A pin fixed to the stripper plate projects upwardly through the center of post at its lower end and is supported thereby. The pin is surrounded by a coil spring tending to bias the stripper plate away from the end of the post. Upon contact of the stripper plate with the top of the product being tested, the pin recesses within the post against the bias of the coil spring, causing the probe tips to extend to the bottom of the stripper to contact the product and during continued movement of the post relative to the underlying product, the beams deflect to maintain electrical contact between the beams and the product due to the force of beam deflection.
The carrier constitutes a potted slide assembly concentrically positioned on the post remote from the stripper plate and guided for movement paralled to the axis of the post by post-defined guide means. The post is threaded over an extent of this length and a rotatable nut threaded to the post threaded portion operatively engages the slide assembly such that upon rotation of the nut, the slide assembly shifts longitudinally relative to the post to move the beams relative to the stripper plate. Offset guides fixedly carried by the post define the direction of deflection of the beams during continued movement of the product after the probe tips are contacted by the product being tested.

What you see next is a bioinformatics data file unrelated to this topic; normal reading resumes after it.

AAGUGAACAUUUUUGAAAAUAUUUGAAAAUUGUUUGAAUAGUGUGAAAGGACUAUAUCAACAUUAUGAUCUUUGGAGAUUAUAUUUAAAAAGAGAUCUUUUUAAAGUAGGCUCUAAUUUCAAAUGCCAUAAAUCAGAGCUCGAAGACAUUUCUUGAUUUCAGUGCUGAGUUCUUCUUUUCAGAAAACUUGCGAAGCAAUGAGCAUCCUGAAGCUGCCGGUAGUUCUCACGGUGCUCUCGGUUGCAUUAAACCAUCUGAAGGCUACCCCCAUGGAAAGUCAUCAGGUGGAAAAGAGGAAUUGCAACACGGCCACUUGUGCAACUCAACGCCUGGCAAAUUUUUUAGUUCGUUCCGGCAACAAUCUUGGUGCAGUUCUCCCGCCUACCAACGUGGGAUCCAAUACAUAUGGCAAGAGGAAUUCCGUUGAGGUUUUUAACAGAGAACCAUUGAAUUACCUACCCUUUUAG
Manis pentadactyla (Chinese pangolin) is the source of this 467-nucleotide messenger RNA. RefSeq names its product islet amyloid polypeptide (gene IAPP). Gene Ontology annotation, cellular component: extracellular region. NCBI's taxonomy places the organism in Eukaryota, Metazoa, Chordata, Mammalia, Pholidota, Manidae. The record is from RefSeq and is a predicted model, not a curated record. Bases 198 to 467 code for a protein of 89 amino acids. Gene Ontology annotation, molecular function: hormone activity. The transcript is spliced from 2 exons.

A probe mount, elongated vertically and fixedly mounted, includes a horizontal arm which overlies the post and fixedly supports the upper end of the depending post. A spring plunger assembly borne by the probe mount is fixed at its lower end to the stripper plate such that upon contact of the stripper plate with the product, the plunger assembly carried by the post and the probe mount spring plunger assembly compress into the post and the probe mount, respectively, to stabilize stripper plate movement relative to the support post and the probe mount supporting that post, to maintain horizontal orientation of the stripper plate during its movement, and to fully absorb the thrust force of the stripper plate acting on the product being tested.
FIG. 1 is a perspective view of a quad assembly buckling beam probe contactor forming a preferred embodiment of the invention.
FIG. 2 is a vertical elevational view, partially in section and partially broken away, of one of the probe assemblies for the probe contactor of FIG. 1, prior to contact of the stripper plate with the test product and deflection of the beam.
FIG. 3 is a similar elevational view to that of FIG. 2 after contact of the stripper plate with the product and deflection of the beams under applied force.
Referring to the drawings and particularly FIG. 1, there is shown a quad assembly buckling beam probe contactor assembly indicated generally at 10 forming a preferred embodiment of the present invention. The probe contacter 10 comprises a relatively fixed probe mount indicated generally at 12 which supports a pair of vertical rods as at 14 which extend upwardly therefrom and which project through a horizontal plate portion 22a of a probe mount stripper plate assembly indicated generally at 16. Assembly 16 is constituted by a flat rectangular stripper plate 18 fixed to the ends of right angle vertical walls 22b of a machined body 22 which terminates in horizontal plate portion 22a. Portion 22a has paired holes (not shown) through which rods 14 project.